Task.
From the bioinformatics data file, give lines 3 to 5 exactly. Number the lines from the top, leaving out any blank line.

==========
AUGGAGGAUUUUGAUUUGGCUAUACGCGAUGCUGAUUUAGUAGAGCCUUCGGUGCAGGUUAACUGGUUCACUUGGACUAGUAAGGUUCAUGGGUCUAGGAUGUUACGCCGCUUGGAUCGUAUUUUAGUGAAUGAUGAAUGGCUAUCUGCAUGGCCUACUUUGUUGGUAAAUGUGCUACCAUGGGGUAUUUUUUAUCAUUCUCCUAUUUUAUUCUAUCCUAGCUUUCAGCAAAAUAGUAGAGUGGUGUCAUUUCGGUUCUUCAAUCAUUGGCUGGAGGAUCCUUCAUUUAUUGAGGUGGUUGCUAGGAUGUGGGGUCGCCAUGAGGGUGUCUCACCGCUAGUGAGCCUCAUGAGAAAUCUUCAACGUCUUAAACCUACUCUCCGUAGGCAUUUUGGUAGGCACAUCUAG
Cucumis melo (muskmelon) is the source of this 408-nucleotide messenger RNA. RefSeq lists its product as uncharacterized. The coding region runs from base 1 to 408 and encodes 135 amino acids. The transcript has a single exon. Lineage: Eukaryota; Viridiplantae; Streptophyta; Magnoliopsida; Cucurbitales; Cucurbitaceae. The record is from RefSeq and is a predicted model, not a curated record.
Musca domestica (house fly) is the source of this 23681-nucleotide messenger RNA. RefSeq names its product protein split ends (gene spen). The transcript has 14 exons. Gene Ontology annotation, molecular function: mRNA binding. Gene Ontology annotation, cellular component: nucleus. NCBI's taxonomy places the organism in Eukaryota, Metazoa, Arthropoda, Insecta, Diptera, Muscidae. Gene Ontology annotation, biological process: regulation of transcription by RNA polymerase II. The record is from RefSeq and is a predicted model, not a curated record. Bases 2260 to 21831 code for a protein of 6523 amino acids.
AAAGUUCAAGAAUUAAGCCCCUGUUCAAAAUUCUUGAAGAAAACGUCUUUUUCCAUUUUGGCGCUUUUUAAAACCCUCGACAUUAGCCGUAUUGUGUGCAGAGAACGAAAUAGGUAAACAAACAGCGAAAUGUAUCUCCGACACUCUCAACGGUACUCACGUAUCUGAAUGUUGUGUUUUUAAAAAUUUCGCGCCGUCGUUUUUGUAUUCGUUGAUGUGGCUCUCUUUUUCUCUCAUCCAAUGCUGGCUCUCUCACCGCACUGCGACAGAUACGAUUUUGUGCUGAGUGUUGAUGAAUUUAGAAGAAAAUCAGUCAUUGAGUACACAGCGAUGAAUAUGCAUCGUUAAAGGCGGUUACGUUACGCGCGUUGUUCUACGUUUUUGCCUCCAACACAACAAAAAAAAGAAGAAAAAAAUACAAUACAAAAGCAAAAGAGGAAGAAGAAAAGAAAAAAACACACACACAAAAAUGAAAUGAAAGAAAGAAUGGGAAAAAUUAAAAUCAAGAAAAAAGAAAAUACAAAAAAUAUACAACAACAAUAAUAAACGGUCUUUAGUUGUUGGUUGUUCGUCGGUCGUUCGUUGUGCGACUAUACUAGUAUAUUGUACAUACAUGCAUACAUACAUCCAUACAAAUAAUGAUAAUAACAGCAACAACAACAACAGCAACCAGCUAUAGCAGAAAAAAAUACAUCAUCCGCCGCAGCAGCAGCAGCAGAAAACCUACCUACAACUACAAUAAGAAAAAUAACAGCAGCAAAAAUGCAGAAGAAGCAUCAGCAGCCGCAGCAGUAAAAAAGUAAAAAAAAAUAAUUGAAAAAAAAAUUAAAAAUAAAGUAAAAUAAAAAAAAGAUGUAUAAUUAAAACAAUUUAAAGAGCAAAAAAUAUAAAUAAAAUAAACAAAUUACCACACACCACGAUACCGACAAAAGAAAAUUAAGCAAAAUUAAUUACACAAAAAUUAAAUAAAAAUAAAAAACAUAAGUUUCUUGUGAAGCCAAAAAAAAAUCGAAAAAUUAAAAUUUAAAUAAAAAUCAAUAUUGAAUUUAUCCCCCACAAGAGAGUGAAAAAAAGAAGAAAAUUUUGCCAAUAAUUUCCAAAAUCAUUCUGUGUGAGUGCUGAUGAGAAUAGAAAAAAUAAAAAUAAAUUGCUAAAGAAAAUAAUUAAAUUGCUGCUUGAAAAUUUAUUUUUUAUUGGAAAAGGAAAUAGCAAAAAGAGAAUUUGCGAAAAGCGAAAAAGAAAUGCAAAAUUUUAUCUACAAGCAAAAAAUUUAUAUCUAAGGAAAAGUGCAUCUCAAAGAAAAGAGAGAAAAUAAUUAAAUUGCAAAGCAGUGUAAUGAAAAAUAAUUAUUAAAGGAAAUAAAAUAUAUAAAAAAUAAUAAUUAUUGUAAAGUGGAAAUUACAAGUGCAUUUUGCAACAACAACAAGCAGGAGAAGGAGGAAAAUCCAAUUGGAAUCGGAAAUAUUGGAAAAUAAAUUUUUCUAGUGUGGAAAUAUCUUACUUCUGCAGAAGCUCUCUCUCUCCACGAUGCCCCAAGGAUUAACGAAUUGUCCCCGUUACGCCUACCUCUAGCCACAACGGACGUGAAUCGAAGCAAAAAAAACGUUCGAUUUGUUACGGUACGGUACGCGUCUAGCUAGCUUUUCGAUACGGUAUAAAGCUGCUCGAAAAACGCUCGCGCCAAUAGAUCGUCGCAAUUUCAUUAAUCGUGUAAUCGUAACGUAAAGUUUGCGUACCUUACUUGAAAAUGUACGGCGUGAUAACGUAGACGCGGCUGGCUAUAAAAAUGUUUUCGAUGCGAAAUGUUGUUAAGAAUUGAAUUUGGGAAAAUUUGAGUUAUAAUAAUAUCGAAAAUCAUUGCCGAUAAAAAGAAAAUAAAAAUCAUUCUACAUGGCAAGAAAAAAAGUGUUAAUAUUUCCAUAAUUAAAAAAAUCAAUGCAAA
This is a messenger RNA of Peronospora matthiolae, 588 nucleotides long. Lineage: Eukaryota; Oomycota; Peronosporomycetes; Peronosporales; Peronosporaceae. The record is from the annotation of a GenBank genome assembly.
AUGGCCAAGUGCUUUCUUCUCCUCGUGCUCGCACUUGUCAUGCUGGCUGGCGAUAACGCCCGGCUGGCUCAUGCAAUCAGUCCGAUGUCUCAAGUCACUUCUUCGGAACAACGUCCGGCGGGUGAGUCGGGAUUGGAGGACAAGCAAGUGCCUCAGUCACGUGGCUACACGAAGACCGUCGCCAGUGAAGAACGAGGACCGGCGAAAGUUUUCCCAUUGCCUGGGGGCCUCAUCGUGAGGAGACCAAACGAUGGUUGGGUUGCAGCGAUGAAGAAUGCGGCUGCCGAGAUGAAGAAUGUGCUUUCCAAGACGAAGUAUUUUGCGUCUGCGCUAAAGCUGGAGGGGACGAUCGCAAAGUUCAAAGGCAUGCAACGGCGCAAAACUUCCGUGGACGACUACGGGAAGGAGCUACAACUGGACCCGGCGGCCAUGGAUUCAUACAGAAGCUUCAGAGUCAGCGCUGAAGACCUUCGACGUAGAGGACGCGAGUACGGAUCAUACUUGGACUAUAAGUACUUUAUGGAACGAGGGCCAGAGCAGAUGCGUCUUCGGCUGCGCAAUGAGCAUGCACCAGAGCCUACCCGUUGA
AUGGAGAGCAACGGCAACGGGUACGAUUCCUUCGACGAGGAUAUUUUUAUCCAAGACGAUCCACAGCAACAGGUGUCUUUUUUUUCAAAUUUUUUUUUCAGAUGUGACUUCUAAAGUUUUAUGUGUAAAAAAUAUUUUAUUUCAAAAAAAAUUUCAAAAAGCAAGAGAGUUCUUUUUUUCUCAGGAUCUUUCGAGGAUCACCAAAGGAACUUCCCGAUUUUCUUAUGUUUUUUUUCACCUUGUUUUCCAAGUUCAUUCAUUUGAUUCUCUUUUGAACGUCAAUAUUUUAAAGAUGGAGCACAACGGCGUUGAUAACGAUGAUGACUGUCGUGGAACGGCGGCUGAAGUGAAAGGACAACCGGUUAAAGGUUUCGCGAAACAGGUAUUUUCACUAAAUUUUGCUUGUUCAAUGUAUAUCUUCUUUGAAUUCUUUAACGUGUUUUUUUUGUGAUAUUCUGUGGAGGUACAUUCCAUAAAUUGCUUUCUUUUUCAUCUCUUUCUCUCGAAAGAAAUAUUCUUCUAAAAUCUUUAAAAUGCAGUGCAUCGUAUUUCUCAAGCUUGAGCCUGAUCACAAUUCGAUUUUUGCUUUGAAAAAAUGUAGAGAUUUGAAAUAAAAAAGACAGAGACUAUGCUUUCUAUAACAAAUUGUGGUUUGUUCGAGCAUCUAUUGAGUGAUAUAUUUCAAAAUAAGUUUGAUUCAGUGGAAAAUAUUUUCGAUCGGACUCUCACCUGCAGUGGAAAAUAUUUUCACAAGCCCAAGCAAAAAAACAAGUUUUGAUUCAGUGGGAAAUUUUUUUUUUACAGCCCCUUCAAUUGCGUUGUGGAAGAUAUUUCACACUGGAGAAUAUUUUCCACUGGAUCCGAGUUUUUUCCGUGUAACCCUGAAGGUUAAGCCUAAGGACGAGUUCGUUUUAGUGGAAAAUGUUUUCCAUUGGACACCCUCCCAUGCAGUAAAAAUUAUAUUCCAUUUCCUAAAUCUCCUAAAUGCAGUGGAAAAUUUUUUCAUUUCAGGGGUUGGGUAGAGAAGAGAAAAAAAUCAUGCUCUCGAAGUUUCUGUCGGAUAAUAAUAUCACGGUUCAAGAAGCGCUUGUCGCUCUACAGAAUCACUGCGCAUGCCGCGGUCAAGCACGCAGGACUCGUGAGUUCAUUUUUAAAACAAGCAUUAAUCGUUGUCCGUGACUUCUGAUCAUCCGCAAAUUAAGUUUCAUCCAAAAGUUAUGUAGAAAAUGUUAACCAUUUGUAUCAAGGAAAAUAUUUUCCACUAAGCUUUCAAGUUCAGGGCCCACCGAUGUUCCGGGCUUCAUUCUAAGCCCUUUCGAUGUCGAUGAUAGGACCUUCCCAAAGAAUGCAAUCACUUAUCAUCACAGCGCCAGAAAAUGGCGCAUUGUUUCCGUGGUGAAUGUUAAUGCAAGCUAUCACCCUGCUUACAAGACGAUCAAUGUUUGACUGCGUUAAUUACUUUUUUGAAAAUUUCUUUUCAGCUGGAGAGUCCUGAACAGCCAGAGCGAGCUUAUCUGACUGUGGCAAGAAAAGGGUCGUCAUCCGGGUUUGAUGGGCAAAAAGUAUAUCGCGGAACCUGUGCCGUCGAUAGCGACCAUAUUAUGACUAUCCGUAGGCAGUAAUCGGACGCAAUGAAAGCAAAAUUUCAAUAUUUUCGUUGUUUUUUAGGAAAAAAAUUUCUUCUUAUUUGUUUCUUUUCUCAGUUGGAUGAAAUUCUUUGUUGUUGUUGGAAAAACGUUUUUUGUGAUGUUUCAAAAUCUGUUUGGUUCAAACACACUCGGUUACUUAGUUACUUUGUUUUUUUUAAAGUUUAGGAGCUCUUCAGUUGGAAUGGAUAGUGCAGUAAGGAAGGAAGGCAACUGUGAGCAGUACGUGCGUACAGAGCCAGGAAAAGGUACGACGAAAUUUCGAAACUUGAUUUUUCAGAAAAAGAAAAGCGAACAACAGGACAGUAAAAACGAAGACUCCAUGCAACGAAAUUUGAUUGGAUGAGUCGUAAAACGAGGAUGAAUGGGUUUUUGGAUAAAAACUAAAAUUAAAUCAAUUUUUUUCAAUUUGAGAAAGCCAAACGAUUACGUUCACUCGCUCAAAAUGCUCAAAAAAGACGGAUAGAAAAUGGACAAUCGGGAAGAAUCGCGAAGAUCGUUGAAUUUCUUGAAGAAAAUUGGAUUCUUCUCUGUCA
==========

Musca domestica (house fly) is the source of this 23681-nucleotide messenger RNA. RefSeq names its product protein split ends (gene spen). The transcript has 14 exons. Gene Ontology annotation, molecular function: mRNA binding. Gene Ontology annotation, cellular component: nucleus. NCBI's taxonomy places the organism in Eukaryota, Metazoa, Arthropoda, Insecta, Diptera, Muscidae. Gene Ontology annotation, biological process: regulation of transcription by RNA polymerase II. The record is from RefSeq and is a predicted model, not a curated record. Bases 2260 to 21831 code for a protein of 6523 amino acids.
AAAGUUCAAGAAUUAAGCCCCUGUUCAAAAUUCUUGAAGAAAACGUCUUUUUCCAUUUUGGCGCUUUUUAAAACCCUCGACAUUAGCCGUAUUGUGUGCAGAGAACGAAAUAGGUAAACAAACAGCGAAAUGUAUCUCCGACACUCUCAACGGUACUCACGUAUCUGAAUGUUGUGUUUUUAAAAAUUUCGCGCCGUCGUUUUUGUAUUCGUUGAUGUGGCUCUCUUUUUCUCUCAUCCAAUGCUGGCUCUCUCACCGCACUGCGACAGAUACGAUUUUGUGCUGAGUGUUGAUGAAUUUAGAAGAAAAUCAGUCAUUGAGUACACAGCGAUGAAUAUGCAUCGUUAAAGGCGGUUACGUUACGCGCGUUGUUCUACGUUUUUGCCUCCAACACAACAAAAAAAAGAAGAAAAAAAUACAAUACAAAAGCAAAAGAGGAAGAAGAAAAGAAAAAAACACACACACAAAAAUGAAAUGAAAGAAAGAAUGGGAAAAAUUAAAAUCAAGAAAAAAGAAAAUACAAAAAAUAUACAACAACAAUAAUAAACGGUCUUUAGUUGUUGGUUGUUCGUCGGUCGUUCGUUGUGCGACUAUACUAGUAUAUUGUACAUACAUGCAUACAUACAUCCAUACAAAUAAUGAUAAUAACAGCAACAACAACAACAGCAACCAGCUAUAGCAGAAAAAAAUACAUCAUCCGCCGCAGCAGCAGCAGCAGAAAACCUACCUACAACUACAAUAAGAAAAAUAACAGCAGCAAAAAUGCAGAAGAAGCAUCAGCAGCCGCAGCAGUAAAAAAGUAAAAAAAAAUAAUUGAAAAAAAAAUUAAAAAUAAAGUAAAAUAAAAAAAAGAUGUAUAAUUAAAACAAUUUAAAGAGCAAAAAAUAUAAAUAAAAUAAACAAAUUACCACACACCACGAUACCGACAAAAGAAAAUUAAGCAAAAUUAAUUACACAAAAAUUAAAUAAAAAUAAAAAACAUAAGUUUCUUGUGAAGCCAAAAAAAAAUCGAAAAAUUAAAAUUUAAAUAAAAAUCAAUAUUGAAUUUAUCCCCCACAAGAGAGUGAAAAAAAGAAGAAAAUUUUGCCAAUAAUUUCCAAAAUCAUUCUGUGUGAGUGCUGAUGAGAAUAGAAAAAAUAAAAAUAAAUUGCUAAAGAAAAUAAUUAAAUUGCUGCUUGAAAAUUUAUUUUUUAUUGGAAAAGGAAAUAGCAAAAAGAGAAUUUGCGAAAAGCGAAAAAGAAAUGCAAAAUUUUAUCUACAAGCAAAAAAUUUAUAUCUAAGGAAAAGUGCAUCUCAAAGAAAAGAGAGAAAAUAAUUAAAUUGCAAAGCAGUGUAAUGAAAAAUAAUUAUUAAAGGAAAUAAAAUAUAUAAAAAAUAAUAAUUAUUGUAAAGUGGAAAUUACAAGUGCAUUUUGCAACAACAACAAGCAGGAGAAGGAGGAAAAUCCAAUUGGAAUCGGAAAUAUUGGAAAAUAAAUUUUUCUAGUGUGGAAAUAUCUUACUUCUGCAGAAGCUCUCUCUCUCCACGAUGCCCCAAGGAUUAACGAAUUGUCCCCGUUACGCCUACCUCUAGCCACAACGGACGUGAAUCGAAGCAAAAAAAACGUUCGAUUUGUUACGGUACGGUACGCGUCUAGCUAGCUUUUCGAUACGGUAUAAAGCUGCUCGAAAAACGCUCGCGCCAAUAGAUCGUCGCAAUUUCAUUAAUCGUGUAAUCGUAACGUAAAGUUUGCGUACCUUACUUGAAAAUGUACGGCGUGAUAACGUAGACGCGGCUGGCUAUAAAAAUGUUUUCGAUGCGAAAUGUUGUUAAGAAUUGAAUUUGGGAAAAUUUGAGUUAUAAUAAUAUCGAAAAUCAUUGCCGAUAAAAAGAAAAUAAAAAUCAUUCUACAUGGCAAGAAAAAAAGUGUUAAUAUUUCCAUAAUUAAAAAAAUCAAUGCAAA
This is a messenger RNA of Peronospora matthiolae, 588 nucleotides long. Lineage: Eukaryota; Oomycota; Peronosporomycetes; Peronosporales; Peronosporaceae. The record is from the annotation of a GenBank genome assembly.